Londoners’ experiences of life-changing injuries


Age at interview: 42

Brief outline: Adrian came off his motorbike in 2001 and sustained a traumatic brain injury. He has no memory of the crash or the initial stages of his recovery and rehabilitation. He has successfully learned to walk and talk again, but has some memory problems.

Background: Adrian is divorced and lives alone. He worked as an accountant at an investment bank until his head injury. He now volunteers at Headway, the brain injury charity. Ethnic background' White/British.

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Adrian and his friend were riding their motorbikes to Brighton when he crashed. His friend who was accompanying him called the paramedics and Adrian was flown to hospital for emergency care. 
Adrian was then transferred to a rehabilitation hospital where he had physiotherapy, and speech and language therapy to learn to walk and talk again. He relearned daily living skills, like cooking and cleaning, with the help of an occupational therapist. He has no memory of the early stages of rehabilitation, and says, “Only the scars I’ve got on my body show me what I’ve been through”.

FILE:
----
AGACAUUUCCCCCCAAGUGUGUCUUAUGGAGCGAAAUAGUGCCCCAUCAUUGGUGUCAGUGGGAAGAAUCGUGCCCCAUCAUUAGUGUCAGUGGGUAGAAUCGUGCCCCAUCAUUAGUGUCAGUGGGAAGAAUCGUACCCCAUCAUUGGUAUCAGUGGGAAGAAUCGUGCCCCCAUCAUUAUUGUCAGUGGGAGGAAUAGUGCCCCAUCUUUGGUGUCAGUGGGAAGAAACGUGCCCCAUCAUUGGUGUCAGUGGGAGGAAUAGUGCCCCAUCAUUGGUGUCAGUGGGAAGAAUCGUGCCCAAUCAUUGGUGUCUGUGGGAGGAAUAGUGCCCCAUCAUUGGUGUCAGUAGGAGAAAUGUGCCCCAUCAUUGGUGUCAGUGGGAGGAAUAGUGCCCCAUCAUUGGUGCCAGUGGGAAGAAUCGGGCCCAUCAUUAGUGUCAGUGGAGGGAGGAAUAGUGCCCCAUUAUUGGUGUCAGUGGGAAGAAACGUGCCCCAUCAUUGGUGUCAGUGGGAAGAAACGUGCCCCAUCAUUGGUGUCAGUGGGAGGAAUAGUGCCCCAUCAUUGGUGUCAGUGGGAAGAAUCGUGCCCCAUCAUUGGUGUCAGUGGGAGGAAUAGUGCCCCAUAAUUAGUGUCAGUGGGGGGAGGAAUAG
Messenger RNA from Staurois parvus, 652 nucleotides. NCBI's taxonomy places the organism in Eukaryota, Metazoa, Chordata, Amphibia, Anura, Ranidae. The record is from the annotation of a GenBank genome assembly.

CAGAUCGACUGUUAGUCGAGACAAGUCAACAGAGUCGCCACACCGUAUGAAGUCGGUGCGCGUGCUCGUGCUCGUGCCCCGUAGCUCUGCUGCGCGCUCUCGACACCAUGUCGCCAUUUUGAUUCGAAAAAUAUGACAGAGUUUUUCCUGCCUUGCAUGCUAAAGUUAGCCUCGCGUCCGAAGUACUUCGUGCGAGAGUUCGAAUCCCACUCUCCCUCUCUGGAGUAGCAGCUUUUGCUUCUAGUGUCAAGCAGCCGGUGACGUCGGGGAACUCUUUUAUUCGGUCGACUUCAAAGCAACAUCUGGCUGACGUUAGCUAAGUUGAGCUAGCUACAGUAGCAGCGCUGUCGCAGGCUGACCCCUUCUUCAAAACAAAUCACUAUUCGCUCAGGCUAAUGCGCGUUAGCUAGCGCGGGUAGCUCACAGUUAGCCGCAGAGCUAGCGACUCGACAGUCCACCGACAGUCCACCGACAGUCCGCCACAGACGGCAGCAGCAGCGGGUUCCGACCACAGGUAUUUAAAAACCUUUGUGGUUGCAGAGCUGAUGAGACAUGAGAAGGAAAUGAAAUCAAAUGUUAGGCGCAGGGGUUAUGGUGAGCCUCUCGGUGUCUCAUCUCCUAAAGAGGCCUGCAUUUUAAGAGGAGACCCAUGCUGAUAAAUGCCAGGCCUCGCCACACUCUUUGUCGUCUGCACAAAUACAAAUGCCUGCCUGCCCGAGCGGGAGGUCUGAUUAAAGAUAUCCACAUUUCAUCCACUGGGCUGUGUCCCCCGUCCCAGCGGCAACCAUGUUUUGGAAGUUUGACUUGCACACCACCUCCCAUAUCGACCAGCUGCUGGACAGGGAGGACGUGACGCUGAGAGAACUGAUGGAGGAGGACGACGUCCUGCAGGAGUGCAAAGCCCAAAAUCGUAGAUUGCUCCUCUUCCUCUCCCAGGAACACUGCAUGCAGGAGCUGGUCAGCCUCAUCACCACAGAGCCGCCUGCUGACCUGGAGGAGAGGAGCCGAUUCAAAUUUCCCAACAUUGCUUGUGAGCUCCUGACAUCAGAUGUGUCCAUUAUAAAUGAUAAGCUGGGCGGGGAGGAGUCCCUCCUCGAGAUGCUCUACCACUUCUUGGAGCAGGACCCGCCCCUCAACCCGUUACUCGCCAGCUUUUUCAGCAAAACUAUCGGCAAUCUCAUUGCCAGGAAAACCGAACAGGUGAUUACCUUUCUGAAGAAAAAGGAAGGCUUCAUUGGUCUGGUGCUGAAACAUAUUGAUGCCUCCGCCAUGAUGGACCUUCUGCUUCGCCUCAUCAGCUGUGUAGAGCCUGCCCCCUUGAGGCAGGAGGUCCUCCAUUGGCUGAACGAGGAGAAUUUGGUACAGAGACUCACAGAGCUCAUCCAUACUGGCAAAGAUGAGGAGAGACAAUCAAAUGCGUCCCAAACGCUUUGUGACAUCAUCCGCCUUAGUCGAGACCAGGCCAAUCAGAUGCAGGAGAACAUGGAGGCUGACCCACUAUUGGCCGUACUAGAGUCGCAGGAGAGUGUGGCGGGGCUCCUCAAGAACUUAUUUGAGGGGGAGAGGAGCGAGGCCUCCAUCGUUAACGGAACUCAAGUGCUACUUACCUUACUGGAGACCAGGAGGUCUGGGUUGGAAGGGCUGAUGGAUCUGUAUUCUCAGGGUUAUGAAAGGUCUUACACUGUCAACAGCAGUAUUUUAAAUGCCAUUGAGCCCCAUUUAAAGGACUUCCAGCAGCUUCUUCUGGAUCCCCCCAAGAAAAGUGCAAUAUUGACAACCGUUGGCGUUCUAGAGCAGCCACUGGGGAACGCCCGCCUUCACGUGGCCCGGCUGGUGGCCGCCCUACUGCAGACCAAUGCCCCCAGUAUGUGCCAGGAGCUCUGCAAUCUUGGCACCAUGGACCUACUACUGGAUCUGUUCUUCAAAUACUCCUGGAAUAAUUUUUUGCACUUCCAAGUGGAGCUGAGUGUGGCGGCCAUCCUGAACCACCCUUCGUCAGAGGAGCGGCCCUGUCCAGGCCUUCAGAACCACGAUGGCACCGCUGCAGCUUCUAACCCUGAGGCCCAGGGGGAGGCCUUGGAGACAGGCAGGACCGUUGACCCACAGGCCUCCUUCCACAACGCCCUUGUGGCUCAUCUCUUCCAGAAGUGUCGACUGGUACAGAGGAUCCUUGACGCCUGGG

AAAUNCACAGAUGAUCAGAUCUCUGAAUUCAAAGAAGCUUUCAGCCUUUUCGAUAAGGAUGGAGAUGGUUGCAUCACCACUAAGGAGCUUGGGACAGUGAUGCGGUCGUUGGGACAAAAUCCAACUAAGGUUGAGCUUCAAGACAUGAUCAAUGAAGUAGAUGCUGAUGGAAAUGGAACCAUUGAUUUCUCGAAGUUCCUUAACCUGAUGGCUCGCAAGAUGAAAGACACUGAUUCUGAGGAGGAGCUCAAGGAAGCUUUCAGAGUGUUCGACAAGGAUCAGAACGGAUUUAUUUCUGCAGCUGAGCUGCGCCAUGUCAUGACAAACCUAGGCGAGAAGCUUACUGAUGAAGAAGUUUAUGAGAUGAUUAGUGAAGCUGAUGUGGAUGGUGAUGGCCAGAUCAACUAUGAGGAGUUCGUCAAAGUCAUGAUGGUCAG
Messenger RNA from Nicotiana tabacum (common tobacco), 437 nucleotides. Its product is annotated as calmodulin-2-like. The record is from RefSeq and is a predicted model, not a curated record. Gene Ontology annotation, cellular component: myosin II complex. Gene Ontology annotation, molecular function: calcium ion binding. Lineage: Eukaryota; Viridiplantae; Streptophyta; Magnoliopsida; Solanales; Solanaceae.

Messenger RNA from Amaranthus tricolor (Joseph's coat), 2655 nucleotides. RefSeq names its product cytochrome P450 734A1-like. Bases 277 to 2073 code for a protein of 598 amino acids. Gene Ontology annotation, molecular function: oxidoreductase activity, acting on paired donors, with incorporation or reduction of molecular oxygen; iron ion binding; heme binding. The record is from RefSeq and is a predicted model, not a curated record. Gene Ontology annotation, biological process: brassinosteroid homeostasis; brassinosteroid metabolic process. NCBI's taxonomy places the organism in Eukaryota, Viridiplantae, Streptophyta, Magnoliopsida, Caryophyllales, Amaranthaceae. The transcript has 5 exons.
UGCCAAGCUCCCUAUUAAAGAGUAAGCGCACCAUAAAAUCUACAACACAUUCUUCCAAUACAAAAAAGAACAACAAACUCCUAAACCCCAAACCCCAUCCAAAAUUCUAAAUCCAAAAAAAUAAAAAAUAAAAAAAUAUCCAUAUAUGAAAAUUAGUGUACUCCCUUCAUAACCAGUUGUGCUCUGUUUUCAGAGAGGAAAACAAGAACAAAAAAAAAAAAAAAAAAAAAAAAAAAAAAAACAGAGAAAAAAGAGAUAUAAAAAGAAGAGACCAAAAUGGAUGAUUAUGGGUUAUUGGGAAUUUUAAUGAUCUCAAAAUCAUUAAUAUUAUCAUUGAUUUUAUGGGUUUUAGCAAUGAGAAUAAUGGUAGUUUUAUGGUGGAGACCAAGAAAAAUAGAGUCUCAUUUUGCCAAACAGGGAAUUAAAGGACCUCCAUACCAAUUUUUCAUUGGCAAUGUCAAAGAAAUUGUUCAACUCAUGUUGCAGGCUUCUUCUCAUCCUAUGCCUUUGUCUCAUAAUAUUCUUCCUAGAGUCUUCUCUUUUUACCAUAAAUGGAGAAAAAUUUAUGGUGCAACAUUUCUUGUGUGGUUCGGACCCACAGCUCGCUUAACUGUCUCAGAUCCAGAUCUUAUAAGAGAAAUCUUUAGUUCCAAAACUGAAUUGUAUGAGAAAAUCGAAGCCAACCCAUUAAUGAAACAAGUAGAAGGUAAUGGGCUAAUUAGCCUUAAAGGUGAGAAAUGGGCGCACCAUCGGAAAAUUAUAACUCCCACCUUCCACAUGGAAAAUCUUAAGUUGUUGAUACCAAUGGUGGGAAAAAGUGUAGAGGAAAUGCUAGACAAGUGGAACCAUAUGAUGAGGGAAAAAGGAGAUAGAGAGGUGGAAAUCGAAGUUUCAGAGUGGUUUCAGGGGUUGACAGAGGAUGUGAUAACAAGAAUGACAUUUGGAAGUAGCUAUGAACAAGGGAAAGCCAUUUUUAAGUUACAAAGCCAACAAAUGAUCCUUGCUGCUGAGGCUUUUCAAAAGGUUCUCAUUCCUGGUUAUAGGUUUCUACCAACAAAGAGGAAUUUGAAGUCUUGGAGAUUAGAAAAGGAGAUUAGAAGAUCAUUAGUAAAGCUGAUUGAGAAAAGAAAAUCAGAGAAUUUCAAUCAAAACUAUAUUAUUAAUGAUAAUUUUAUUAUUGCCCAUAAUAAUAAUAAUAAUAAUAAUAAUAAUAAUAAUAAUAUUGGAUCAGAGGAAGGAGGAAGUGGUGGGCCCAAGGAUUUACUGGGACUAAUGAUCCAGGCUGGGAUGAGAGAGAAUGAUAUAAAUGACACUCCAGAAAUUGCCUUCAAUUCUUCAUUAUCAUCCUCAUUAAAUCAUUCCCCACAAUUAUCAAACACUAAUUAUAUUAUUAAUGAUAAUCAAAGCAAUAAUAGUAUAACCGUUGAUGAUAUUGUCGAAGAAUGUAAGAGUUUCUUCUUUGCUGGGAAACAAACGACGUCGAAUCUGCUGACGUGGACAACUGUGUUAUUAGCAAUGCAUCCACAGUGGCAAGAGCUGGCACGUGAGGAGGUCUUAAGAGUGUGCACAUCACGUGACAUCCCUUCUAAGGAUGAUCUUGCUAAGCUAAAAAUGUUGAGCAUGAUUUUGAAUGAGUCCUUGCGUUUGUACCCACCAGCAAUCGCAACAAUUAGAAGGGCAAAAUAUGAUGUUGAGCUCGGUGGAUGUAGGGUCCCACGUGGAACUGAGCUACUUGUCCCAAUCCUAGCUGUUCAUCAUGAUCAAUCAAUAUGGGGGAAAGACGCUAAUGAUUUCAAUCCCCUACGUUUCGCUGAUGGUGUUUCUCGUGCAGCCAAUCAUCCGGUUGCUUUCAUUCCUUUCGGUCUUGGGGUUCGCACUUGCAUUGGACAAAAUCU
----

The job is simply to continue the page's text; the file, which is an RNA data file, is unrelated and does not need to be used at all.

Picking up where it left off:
Since his injury, Adrian has problems with memory and stamina or fatigue. He uses his iPhone as a memory aid, making notes of the things he has done during the day and scheduling the things he needs to do. He gets tired quite easily after a stimulating day, so he takes naps when he needs them. For him, “Resting’s not fixing the problem. Sleeping is the answer”. He has also found that he has lost his sense of taste and smell. 
Initially, Adrian felt angry and questioned God, saying “Why me?” But then felt he was the best person to be put in this situation as he could take on the challenge. He has since become a Christian, partly because he knew people prayed for him while he was in hospital. One was his cousin’s friend, who he later married. He describes how they just clicked the first time they met, but did not make each other happy in the long-term and later divorced.
Despite having to give up work after his injury, Adrian is financially secure because he had life insurance before his injury. He now volunteers at Headway several days in the week and feels it is important for him to have a reason to get up each day. He has a close relationship with his family and friends who he sees often.
Adrian wants to encourage other survivors of brain injury to think positively' “Don’t think about what you can’t do, think about what you can do”. After brain injury you “learn all the time” new ways to cope with your new life. 



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